pytorch-tutorial | PyTorch Tutorial for Deep Learning Researchers | Learning library

 by   yunjey Python Version: Current License: MIT

kandi X-RAY | pytorch-tutorial Summary

kandi X-RAY | pytorch-tutorial Summary

pytorch-tutorial is a Python library typically used in Institutions, Learning, Education, Tutorial, Learning, Deep Learning, Pytorch applications. pytorch-tutorial has no bugs, it has no vulnerabilities, it has a Permissive License and it has medium support. However pytorch-tutorial build file is not available. You can download it from GitHub.

This repository provides tutorial code for deep learning researchers to learn PyTorch. In the tutorial, most of the models were implemented with less than 30 lines of code. Before starting this tutorial, it is recommended to finish Official Pytorch Tutorial.

            kandi-support Support

              pytorch-tutorial has a medium active ecosystem.
              It has 26754 star(s) with 7764 fork(s). There are 624 watchers for this library.
              It had no major release in the last 6 months.
              There are 64 open issues and 113 have been closed. On average issues are closed in 46 days. There are 21 open pull requests and 0 closed requests.
              It has a neutral sentiment in the developer community.
              The latest version of pytorch-tutorial is current.

            kandi-Quality Quality

              pytorch-tutorial has 0 bugs and 0 code smells.

            kandi-Security Security

              pytorch-tutorial has no vulnerabilities reported, and its dependent libraries have no vulnerabilities reported.
              pytorch-tutorial code analysis shows 0 unresolved vulnerabilities.
              There are 0 security hotspots that need review.

            kandi-License License

              pytorch-tutorial is licensed under the MIT License. This license is Permissive.
              Permissive licenses have the least restrictions, and you can use them in most projects.

            kandi-Reuse Reuse

              pytorch-tutorial releases are not available. You will need to build from source code and install.
              pytorch-tutorial has no build file. You will be need to create the build yourself to build the component from source.
              Installation instructions are not available. Examples and code snippets are available.
              pytorch-tutorial saves you 556 person hours of effort in developing the same functionality from scratch.
              It has 1301 lines of code, 65 functions and 21 files.
              It has medium code complexity. Code complexity directly impacts maintainability of the code.

            Top functions reviewed by kandi - BETA

            kandi has reviewed pytorch-tutorial and discovered the below as its top functions. This is intended to give you an instant insight into pytorch-tutorial implemented functionality, and help decide if they suit your requirements.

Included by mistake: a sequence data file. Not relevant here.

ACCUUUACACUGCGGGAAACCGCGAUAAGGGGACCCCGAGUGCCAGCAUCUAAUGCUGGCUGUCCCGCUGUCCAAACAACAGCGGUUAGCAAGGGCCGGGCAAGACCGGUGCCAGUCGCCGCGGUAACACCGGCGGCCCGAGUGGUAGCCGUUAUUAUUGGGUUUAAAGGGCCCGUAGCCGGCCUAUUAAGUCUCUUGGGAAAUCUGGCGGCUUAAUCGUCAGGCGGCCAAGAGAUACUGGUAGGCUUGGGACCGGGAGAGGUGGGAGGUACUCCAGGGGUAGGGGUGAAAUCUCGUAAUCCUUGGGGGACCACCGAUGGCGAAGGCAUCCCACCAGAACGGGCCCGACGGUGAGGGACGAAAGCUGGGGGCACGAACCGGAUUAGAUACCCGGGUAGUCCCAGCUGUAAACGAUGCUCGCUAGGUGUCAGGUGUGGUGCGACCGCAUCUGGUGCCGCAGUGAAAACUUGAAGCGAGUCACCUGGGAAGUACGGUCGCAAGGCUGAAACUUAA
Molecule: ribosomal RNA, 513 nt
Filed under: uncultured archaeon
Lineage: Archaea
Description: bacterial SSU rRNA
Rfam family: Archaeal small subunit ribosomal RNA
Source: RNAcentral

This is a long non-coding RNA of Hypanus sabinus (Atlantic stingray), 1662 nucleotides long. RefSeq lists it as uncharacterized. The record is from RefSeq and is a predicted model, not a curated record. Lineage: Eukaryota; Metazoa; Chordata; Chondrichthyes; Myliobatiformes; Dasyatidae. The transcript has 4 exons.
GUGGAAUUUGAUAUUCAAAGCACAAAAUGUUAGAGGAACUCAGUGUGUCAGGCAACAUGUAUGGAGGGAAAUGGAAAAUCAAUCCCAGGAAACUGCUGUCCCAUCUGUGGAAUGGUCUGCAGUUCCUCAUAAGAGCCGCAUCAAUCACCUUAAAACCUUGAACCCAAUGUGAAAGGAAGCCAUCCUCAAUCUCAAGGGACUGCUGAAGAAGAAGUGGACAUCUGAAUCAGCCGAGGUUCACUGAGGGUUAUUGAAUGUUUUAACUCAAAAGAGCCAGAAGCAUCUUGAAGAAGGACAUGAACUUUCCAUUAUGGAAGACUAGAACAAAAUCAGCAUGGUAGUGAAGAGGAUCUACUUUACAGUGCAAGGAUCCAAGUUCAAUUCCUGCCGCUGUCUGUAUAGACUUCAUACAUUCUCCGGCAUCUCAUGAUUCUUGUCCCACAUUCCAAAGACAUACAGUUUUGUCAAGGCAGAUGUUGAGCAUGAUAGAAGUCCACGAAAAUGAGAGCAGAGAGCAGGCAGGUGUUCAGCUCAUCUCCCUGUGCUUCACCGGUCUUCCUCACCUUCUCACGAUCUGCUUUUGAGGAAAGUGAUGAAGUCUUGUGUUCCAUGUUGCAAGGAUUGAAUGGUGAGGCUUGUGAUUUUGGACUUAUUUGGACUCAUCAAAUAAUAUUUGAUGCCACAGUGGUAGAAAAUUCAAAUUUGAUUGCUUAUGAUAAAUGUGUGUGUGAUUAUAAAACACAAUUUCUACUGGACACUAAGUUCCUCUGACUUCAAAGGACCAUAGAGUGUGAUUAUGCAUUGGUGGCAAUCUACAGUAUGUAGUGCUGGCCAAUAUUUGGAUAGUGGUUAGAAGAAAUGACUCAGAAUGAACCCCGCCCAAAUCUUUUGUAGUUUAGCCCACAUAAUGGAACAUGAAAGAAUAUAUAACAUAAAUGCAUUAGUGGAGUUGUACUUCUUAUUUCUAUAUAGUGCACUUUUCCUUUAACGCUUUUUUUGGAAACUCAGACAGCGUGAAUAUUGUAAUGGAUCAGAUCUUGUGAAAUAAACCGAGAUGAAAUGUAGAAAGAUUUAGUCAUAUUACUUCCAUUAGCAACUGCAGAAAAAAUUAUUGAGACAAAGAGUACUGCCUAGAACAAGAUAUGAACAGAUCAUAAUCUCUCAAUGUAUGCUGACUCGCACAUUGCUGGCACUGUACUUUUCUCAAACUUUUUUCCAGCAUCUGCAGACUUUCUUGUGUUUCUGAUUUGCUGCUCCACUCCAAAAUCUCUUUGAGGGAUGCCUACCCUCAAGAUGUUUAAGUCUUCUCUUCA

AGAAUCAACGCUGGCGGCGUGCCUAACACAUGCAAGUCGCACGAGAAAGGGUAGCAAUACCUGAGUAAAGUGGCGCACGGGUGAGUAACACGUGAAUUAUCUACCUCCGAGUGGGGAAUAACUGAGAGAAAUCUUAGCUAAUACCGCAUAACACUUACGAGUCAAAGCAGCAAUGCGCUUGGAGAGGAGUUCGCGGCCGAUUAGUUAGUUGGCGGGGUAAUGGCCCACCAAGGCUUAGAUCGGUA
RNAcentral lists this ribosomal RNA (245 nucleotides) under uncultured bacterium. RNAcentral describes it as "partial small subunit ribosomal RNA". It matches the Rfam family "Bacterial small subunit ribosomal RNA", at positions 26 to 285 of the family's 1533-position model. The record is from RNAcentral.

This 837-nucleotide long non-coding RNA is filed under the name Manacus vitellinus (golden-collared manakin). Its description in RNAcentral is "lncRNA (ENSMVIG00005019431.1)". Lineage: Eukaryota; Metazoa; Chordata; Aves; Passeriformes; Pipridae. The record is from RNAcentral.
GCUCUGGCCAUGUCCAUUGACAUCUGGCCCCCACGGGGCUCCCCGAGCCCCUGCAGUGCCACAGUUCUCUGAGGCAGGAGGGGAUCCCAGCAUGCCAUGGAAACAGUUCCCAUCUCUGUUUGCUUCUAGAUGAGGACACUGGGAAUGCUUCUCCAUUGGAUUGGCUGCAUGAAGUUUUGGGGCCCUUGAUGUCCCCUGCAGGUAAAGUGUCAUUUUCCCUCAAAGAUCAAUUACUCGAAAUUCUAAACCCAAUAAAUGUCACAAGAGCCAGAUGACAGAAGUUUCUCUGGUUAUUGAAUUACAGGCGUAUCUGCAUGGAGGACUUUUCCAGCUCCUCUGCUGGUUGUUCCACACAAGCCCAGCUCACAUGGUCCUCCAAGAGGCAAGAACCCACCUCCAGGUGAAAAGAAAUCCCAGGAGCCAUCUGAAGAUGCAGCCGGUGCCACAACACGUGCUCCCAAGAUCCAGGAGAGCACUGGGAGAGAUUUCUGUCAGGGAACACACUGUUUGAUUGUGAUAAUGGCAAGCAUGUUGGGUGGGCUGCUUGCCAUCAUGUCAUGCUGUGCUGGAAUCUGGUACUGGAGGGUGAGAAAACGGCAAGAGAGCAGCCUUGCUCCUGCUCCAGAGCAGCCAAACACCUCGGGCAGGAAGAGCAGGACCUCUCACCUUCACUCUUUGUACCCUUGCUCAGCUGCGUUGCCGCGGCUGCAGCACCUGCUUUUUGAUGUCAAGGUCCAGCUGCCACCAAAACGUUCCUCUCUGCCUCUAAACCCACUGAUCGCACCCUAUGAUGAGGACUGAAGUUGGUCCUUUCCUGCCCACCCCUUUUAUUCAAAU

• Performs forward transformation
            • Encodes the given x into a binary quadrature
            • Reparameterize the model
            • Decodes the input into a SSigmoid
            • Resizes images in given directory
            • Resize an image
            • Create a new layer
            • 3x3x3 Conv2d Conv2d
            • Builds a vocabulary
            • Adds a word to the vocabulary
            • Decodes the input into a sigmoid
            • Resets gradients
            • Normalize x
            • Updates the learning rate of the optimizer
            • Adds a scalar summary
            • Write a histogram summary
            • Sample the model
            • Load an image
            • Return data loader
            • Read data from file
            • Writes image summary
            • Detach from a list of states
            Get all kandi verified functions for this library.

            pytorch-tutorial Key Features

            No Key Features are available at this moment for pytorch-tutorial.

            pytorch-tutorial Examples and Code Snippets

            Pythondot img1Lines of Code : 111dot img1License : Non-SPDX (NOASSERTION)
            copy iconCopy
            from torcheeg.datasets import DEAPDataset
            from torcheeg.datasets.constants.emotion_recognition.deap import DEAP_CHANNEL_LOCATION_DICT
            dataset = DEAPDataset(io_path=f'./tmp_out/deap',
            Pythondot img2Lines of Code : 29dot img2License : Permissive (Apache-2.0)
            copy iconCopy
            from onnx_pytorch import code_gen
            code_gen.gen("resnet18-v2-7.onnx", "./")
            import numpy as np
            import onnx
            import onnxruntime
            import torch
            from model import Model
            model = Model()
            inp = np.random.randn(1, 3, 22  
            pytorch to onnx
            C++dot img3Lines of Code : 12dot img3License : Non-SPDX (NOASSERTION)
            copy iconCopy
            import torch
            import torchvision
            import torch.onnx
            # An instance of your model
            model = torchvision.models.resnet18()
            # An example input you would normally provide to your model's forward() method
            x = torch.rand(1, 3, 224, 224)
            # Export the model

            Community Discussions


            IndexError: tensors used as indices must be long, byte or bool tensors - Pytorch
            Asked 2022-Feb-19 at 14:46

            I'm using a pre-trained image captioning model from this Repository, but I'm getting this error although I changed the type to long !!

            Error :

            File "", line 213, in seq, alphas = caption_image_beam_search(encoder, decoder, args.img, word_map, args.beam_size) File "", line 111, in caption_image_beam_search seqs =[seqs[prev_word_inds].long(), next_word_inds.unsqueeze(1)], dim=1) # (s, step+1) IndexError: tensors used as indices must be long, byte or bool tensors

            Code :



            Answered 2022-Feb-19 at 14:46